Here Are Three Alternate Versions Of 'The Running Man' We Almost Saw

Before Paul Michael Glaser directed The Running Man, four other directors worked on Stephen King's big screen adaptation. Here are the three The Running Man alternate versions we almost saw.

Earlier this week, Alamo Drafthouse Los Angeles presented a 30th-anniversary screening of The Running Man. Yes, it's 30 years old this November. Screenwriter Steven E. de Souza spoke with "I Was There Too" podcast host Matt Gourley after the film and elaborated on some of the classic sci-fi film's IMDb trivia.

The Running Man seems especially prescient in 2017 when reality TV is so popular, and the President of the United States is best known for hosting one such series. The film centers on a game where convicts are given a chance at freedom if they survive rounds of stalkers, flamboyant killers sent after them. Ben Richards (Arnold Schwarzenegger) is framed and put on the show.

It's been reported that four other directors worked on The Running Man before Paul Michael Glaser. De Souza elaborated on those early visions. First, George P. Cosmatos, fresh off Rambo: First Blood Part II, saw Running Man as a serious Holocaust allegory.

"His family suffered under the Nazi occupation in Greece," de Souza said. "In the draft I did for George, there were roundups, there were concentration camps. He went way into that. His vision was that the 1% people lived in a complete biodome. He wanted to film all the upscale scenes in the Edmonton Mall, the biggest shopping center in the world at that time. So we were going to shoot in Canada and we scouted it. When he broke out of the city, there was going to be a river raft chase. I think he was just trying to get the movie back in the wilderness where he had done Rambo. He wanted the whole chasing part of the game to be in the wilderness."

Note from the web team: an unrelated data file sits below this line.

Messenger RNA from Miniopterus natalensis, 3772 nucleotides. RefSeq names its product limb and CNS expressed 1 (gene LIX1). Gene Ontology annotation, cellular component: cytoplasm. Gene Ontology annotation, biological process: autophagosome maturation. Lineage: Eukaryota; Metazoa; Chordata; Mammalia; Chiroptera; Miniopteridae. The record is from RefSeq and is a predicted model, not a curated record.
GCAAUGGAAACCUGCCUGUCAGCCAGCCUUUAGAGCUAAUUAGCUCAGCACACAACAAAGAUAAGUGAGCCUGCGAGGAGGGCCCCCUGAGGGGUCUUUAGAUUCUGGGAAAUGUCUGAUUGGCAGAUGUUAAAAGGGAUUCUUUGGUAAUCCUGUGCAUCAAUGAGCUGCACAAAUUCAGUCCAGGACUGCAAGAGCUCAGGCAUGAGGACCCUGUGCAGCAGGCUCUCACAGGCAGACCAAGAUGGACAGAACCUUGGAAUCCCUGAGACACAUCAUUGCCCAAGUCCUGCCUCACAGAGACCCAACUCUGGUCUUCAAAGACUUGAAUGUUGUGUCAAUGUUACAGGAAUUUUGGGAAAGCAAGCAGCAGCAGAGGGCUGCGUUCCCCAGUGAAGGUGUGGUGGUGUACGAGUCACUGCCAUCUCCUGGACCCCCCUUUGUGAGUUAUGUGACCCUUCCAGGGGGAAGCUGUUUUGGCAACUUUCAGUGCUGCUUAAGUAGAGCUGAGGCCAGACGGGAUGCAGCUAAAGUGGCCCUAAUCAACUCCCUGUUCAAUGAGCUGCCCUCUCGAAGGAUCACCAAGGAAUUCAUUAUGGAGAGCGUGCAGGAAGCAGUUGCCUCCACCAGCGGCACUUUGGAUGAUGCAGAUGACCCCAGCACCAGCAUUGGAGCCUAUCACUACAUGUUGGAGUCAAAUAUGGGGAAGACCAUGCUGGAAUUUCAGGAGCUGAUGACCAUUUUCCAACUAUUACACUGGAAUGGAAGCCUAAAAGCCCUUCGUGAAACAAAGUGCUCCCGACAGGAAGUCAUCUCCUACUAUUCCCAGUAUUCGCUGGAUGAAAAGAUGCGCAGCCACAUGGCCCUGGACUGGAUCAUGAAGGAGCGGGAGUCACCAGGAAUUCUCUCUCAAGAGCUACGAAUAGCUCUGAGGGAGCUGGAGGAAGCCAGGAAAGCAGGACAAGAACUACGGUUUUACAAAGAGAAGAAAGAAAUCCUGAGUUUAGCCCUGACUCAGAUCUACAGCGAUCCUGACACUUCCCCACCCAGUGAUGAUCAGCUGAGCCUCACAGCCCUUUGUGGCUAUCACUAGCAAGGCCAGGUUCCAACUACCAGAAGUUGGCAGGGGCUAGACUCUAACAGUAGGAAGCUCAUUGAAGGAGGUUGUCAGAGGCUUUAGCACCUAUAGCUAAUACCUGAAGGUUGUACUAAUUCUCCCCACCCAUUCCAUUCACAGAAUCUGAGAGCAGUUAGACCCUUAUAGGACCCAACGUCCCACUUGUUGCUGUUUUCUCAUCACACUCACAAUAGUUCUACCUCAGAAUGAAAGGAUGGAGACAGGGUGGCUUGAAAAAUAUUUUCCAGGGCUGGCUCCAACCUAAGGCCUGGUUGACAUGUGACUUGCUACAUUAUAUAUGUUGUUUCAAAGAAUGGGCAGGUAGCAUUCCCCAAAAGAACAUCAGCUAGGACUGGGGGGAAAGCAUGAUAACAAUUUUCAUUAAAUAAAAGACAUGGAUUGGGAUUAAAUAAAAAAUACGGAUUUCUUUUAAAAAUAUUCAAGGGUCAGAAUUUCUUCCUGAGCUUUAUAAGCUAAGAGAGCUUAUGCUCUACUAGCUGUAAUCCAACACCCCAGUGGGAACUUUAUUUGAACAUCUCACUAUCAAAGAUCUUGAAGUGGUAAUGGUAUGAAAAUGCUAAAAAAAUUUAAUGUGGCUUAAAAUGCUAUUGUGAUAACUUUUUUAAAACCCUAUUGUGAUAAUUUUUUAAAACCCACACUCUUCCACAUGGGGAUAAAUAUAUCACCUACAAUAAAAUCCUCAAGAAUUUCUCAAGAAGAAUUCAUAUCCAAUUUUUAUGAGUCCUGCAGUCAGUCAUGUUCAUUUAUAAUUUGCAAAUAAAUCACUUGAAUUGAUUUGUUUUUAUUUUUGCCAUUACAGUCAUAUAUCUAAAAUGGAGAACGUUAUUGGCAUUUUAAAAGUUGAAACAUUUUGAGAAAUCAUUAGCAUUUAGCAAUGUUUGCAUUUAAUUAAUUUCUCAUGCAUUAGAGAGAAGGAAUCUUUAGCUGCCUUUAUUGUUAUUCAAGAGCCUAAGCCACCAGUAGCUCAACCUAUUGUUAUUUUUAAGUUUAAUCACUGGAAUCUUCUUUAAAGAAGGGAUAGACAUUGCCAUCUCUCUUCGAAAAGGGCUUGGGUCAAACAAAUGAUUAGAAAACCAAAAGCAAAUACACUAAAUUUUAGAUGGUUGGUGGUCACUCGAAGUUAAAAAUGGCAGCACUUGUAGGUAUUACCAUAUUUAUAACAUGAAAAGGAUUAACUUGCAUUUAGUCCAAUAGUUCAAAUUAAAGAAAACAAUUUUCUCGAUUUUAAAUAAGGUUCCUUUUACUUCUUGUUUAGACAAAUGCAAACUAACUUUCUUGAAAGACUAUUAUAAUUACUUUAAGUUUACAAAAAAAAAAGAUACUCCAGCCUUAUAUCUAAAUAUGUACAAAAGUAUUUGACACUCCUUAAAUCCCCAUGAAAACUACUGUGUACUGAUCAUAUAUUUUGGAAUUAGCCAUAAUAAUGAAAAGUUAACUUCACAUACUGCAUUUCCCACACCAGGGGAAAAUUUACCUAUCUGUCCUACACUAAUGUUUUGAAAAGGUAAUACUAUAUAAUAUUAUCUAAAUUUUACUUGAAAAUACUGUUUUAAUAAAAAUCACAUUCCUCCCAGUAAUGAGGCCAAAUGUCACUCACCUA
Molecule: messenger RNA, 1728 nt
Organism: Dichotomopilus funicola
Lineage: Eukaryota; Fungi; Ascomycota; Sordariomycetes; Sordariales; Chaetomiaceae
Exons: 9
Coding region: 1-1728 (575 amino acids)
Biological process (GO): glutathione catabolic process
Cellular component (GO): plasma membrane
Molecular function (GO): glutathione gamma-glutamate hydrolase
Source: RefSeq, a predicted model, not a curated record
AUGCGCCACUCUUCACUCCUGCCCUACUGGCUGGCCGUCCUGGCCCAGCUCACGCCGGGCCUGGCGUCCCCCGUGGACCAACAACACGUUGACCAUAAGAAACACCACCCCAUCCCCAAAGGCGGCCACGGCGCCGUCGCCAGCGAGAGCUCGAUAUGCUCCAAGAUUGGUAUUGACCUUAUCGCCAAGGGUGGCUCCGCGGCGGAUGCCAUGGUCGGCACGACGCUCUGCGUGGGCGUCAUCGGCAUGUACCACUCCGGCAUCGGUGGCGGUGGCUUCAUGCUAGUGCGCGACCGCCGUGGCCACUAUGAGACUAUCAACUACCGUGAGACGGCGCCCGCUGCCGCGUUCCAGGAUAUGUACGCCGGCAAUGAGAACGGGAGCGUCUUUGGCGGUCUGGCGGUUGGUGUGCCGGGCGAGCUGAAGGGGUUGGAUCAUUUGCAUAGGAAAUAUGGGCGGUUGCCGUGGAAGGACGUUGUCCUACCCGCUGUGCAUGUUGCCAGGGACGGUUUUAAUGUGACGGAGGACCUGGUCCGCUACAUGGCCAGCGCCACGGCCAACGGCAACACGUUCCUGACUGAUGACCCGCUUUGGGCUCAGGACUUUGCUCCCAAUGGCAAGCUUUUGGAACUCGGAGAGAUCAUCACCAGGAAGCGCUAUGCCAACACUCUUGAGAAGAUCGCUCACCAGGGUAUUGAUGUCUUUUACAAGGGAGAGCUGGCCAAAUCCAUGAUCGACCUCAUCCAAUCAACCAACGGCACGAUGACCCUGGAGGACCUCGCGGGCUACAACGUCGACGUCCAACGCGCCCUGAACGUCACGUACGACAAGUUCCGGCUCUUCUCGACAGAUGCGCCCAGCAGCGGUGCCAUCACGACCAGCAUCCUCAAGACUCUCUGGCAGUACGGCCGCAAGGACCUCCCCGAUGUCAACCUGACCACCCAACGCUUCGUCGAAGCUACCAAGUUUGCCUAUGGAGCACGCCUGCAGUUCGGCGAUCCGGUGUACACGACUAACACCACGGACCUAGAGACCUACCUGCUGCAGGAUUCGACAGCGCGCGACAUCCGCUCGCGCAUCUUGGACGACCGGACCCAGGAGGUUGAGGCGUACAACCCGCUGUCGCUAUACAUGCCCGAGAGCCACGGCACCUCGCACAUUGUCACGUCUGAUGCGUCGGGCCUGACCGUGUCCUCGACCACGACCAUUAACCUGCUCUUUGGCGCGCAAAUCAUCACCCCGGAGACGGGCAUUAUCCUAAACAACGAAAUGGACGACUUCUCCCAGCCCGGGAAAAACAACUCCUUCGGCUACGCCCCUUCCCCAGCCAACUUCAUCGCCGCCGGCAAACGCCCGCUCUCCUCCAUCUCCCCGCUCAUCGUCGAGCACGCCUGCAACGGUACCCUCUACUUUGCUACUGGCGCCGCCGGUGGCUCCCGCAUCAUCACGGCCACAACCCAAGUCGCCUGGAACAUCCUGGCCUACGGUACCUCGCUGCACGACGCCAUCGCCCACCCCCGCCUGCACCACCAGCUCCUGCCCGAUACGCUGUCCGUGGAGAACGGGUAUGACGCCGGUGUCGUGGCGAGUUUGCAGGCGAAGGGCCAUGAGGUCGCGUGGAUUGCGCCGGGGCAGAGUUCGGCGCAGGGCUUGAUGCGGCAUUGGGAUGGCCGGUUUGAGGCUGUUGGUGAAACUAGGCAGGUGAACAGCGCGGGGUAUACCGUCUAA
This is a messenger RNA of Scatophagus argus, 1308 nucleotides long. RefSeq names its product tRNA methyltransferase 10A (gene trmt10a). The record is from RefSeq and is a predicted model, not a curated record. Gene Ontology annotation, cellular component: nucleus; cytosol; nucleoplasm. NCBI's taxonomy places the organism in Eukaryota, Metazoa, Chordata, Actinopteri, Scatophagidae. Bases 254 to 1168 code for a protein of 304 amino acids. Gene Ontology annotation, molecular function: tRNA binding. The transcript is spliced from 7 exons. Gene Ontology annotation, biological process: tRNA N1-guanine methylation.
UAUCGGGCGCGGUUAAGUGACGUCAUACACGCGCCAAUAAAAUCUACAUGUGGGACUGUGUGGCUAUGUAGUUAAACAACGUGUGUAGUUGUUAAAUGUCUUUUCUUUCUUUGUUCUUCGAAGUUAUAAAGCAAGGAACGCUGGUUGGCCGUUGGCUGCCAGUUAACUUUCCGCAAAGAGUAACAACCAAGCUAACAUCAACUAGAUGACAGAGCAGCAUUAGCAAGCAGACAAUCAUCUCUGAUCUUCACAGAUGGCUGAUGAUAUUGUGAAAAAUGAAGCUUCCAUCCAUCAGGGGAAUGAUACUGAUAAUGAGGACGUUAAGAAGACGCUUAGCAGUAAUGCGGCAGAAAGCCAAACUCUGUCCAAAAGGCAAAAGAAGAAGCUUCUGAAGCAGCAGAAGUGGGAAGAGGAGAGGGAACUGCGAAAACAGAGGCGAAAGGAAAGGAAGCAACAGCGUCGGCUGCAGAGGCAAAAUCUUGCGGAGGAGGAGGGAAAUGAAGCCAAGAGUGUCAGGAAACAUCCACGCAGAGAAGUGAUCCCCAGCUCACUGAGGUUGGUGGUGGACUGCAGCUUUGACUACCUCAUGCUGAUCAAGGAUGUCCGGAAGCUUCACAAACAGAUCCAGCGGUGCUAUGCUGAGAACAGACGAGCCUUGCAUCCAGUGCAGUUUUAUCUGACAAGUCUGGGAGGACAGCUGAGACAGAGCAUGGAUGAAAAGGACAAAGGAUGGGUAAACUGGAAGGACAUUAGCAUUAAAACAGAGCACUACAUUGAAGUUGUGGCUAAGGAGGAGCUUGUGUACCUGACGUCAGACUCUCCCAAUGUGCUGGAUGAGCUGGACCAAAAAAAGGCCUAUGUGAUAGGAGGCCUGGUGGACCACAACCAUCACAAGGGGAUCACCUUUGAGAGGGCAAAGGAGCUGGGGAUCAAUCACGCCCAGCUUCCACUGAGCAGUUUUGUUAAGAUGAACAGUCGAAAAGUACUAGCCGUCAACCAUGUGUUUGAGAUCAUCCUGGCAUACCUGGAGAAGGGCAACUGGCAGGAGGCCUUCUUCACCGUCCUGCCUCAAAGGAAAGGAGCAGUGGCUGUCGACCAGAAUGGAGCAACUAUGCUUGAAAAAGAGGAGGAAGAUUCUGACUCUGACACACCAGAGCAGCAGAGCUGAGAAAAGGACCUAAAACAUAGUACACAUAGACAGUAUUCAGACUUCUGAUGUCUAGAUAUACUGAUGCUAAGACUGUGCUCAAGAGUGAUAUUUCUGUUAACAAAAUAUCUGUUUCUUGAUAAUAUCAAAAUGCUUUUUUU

Cosmatos left over budget disputes. In the end, he wasn't far off.

"When the budget was done for that draft, it was $27 million," de Souza said. "They said, 'No, no, no, you have to do this picture for $18 million.' He was right. It ended up costing $24 million."

Then, Alex Cox wanted to direct The Running Man but was committed to Walker. Carl Schenkel was only in talks for two weeks, de Souza said. "I saw the back of his head in an elevator."

Ferdinand Fairfax had a meta idea for The Running Man which might not have worked in execution.

"He had an interesting idea that the movie should be the actual broadcast, which would have had some narrative problems because how did [Ben Richards] get in trouble and stuff like that," de Souza said. "He was making it very British. He said on an English crew, you have a tea lady who comes around with a cart of tea and biscuits. When the tea lady came through, the show stopped the crew stopped, the stalker stopped and the runners stopped and they all took a break, then started up again. It was kind of a Monty Python bridge too far. Before you could say, 'What is the capital of Assyria?' he was gone."

The Running Man actually began production under Andrew Davis, who would later make classics like The Fugitive and Under Siege. But he was falling behind in the first week, and had some disagreements with de Souza and producer Rob Cohen.

"I got a call from Rob Cohen who said, 'Listen, I need you to come to dailies right now. We have a real problem,'" de Souza said. "I had to pick my daughter up from dance class or gymnastics and bring her to the screening room. Arnold comes from the set and he's in the yellow outfit. The director is not there. It's the ice skating sequence with Subzero. I hear a voice saying, 'Ew, that's gross. Mister, can you put out the stinky cigar?' It was my daughter. Arnold, very chivalrously puts the cigar out. Then she falls asleep on him.'"

The problem became apparent when they watched the Subzero fight scene.

"In a meeting earlier, Andy said, 'Listen, I have a great idea. At the end of the movie, when they break into the studio, they're cornered. They're trapped. Then Arnold reaches into his pocket and takes out one of the exploding hockey pucks, throws it and kills the guards. Rob and I look at each other and he says, 'That makes Arnold pretty shitty. He had this thing in his pocket for the whole movie where the whole supporting cast is getting killed and he uses it to save his own ass. We're not doing it.' Then he's behind schedule several days. He shot and improvised that scene and had Arnold pocket one of the hockey pucks."

It was actually Michael Mann who recommended Glaser based on his work on several Miami Vice episodes: "He was able to hit the ground running and finish the movie," de Souza said.

Except for the explosive hockey puck, de Souza said Davis' footage wasn't all that different from Glaser's, but remember Glaser finished the movie on schedule.

"He really only shot the hockey sequence and some of the stuff with the guys with the motorcycles when they're like the picador rushing them into the arena," de Souza said.